[su_dropcap style=”flat” size=”5″]S[/su_dropcap]tarting later this month, Uber will allow customers in downtown Pittsburgh to summon self-driving cars from their phones, crossing an important milestone that no automotive or technology company has yet achieved.
Numerous car manufacturers and tech companies have made noise about their plans to launch autonomous vehicles in the near future, including Tesla, Google, Ford and BMW. But it looks like Uber will beat them to the punch in bringing self-driving technology to consumers.
Uber will roll out a small number of modified self-driving Volvo XC90 SUVs from its 100-vehicle fleet in downtown Pittsburgh later this month. But you’ll still be in the back seat, as each car will have a human supervisor behind the wheel.
The goal: to replace Uber’s more than 1 million human drivers with robot drivers—as quickly as possible.
The plan by Uber to bring in driverless cars, seemed audacious, reckless and even careless but according to Travis Kalanick, Uber co-founder and Chief Executive Officer, it was not about the science. In 2014 he flew to Pittsburg on a mission to hire dozens of world experts in autonomous engineering. Now, Pittsburg is home to Carnegie Mellon University’s robotics department, which has produced many of the biggest names in the newly hot field. Sebastian Thrun, the creator of Google’s self-driving car project, spent seven years researching autonomous robots at CMU, and the project’s former director, Chris Urmson, was a CMU grad student.
Uber’s Pittsburgh fleet, which will be supervised by humans in the driver’s seat for the time being, consists of specially modified Volvo XC90 sport-utility vehicles outfitted with dozens of sensors that use cameras, lasers, radar, and GPS receivers.
The Volvo deal isn’t exclusive; Uber plans to partner with other automakers as it races to recruit more engineers. In July the company reached an agreement to buy Otto, a 91-employee driverless truck startup that was founded earlier this year and includes engineers from a number of high-profile tech companies attempting to bring driverless cars to market, including Google, Apple, and Tesla.
Otto has developed a kit that allows big-rig trucks to steer themselves on highways, in theory freeing up the driver to nap in the back of the cabin. The system is being tested on highways around San Francisco. Aspects of the technology will be incorporated into Uber’s robot livery cabs and will be used to start an Uber-like service for long-haul trucking in the U.S., building on the intracity delivery services, like Uber Eats, that the company already offers.
The Otto deal is a coup for Uber in its simmering battle with Google, which has been plotting its own ride-sharing service using self-driving cars. Otto’s founders were key members of Google’s operation who decamped in January, because, according to Otto co-founder Anthony Levandowski, “We were really excited about building something that could be launched early.”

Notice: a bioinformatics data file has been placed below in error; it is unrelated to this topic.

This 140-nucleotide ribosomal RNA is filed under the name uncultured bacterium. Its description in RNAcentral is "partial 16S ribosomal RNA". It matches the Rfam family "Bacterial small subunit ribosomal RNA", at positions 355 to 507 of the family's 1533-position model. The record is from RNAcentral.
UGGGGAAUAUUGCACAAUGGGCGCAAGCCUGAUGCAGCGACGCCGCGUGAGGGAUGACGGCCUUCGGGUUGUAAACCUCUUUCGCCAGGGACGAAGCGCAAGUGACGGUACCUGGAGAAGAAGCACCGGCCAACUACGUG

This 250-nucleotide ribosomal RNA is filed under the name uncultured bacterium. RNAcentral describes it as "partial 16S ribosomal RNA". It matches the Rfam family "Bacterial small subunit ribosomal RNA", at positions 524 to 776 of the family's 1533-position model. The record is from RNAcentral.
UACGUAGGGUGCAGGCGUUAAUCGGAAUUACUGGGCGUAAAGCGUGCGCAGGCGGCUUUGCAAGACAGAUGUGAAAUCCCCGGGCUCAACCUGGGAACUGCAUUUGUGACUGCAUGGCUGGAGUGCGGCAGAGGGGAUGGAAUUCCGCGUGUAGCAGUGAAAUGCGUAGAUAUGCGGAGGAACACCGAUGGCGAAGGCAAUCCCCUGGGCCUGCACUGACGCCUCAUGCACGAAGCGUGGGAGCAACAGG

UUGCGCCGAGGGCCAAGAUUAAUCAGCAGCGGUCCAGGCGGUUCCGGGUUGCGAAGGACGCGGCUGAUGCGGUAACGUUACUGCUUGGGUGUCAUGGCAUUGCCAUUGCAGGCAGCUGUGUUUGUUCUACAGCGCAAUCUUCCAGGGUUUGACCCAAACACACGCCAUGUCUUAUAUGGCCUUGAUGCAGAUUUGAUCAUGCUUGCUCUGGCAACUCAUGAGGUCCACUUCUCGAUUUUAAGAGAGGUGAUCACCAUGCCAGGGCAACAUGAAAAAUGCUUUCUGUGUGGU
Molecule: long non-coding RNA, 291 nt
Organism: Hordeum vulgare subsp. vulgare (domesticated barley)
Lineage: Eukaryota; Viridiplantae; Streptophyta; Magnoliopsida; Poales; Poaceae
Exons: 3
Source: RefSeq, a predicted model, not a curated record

Unlike Google and Tesla, Uber has no intention of manufacturing its own cars, Kalanick says. Instead, the company will strike deals with auto manufacturers, starting with Volvo Cars, and will develop kits for other models. The Otto deal will help; the company makes its own laser detection, or lidar, system, used in many self-driving cars. Kalanick believes that Uber can use the data collected from its app, where human drivers and riders are logging roughly 100 million miles per day, to quickly improve its self-driving mapping and navigation systems. “Nobody has set up software that can reliably drive a car safely without a human,” Kalanick says. “We are focusing on that.”
Although Kalanick and other self-driving car advocates say the vehicles will ultimately save lives, they face harsh scrutiny for now. Recently there have been accidents associated with Tesla and Google has also had its fair share of but not yet for Uber since it begun its testing.
So for now…
Uber’s test cars travel with safety drivers, as common sense and the law dictate. These professionally trained engineers sit with their fingertips on the wheel, ready to take control if the car encounters an unexpected obstacle. A co-pilot, in the front passenger seat, takes notes on a laptop, and everything that happens is recorded by cameras inside and outside the car so that any glitches can be ironed out. Each car is also equipped with a tablet computer in the back seat, designed to tell riders that they’re in an autonomous car and to explain what’s happening. “The goal is to wean us off of having drivers in the car, so we don’t want the public talking to our safety drivers,” Krikorian says.
Uber entry into the market, was received also by a lot of mixed reaction mostly violent and rigged with a lot of mis-information about how their business model worked. So going driverless and replacing over 1 million drivers, seems like a punch to the nuts for some people. Uber has proven their resilient in pushing to make their technology work for people, so if the success of the driverless car catches on fast with the rest of the world and everywhere we will just be summoning robot cars, I must say, Uber is daring to accelerate towards the future of autonomous driving.
Let me know, through your comments, how you feel about this move by uber to roll out autonomous vehicles as part of their fleet. what impact would it have on our current market and society?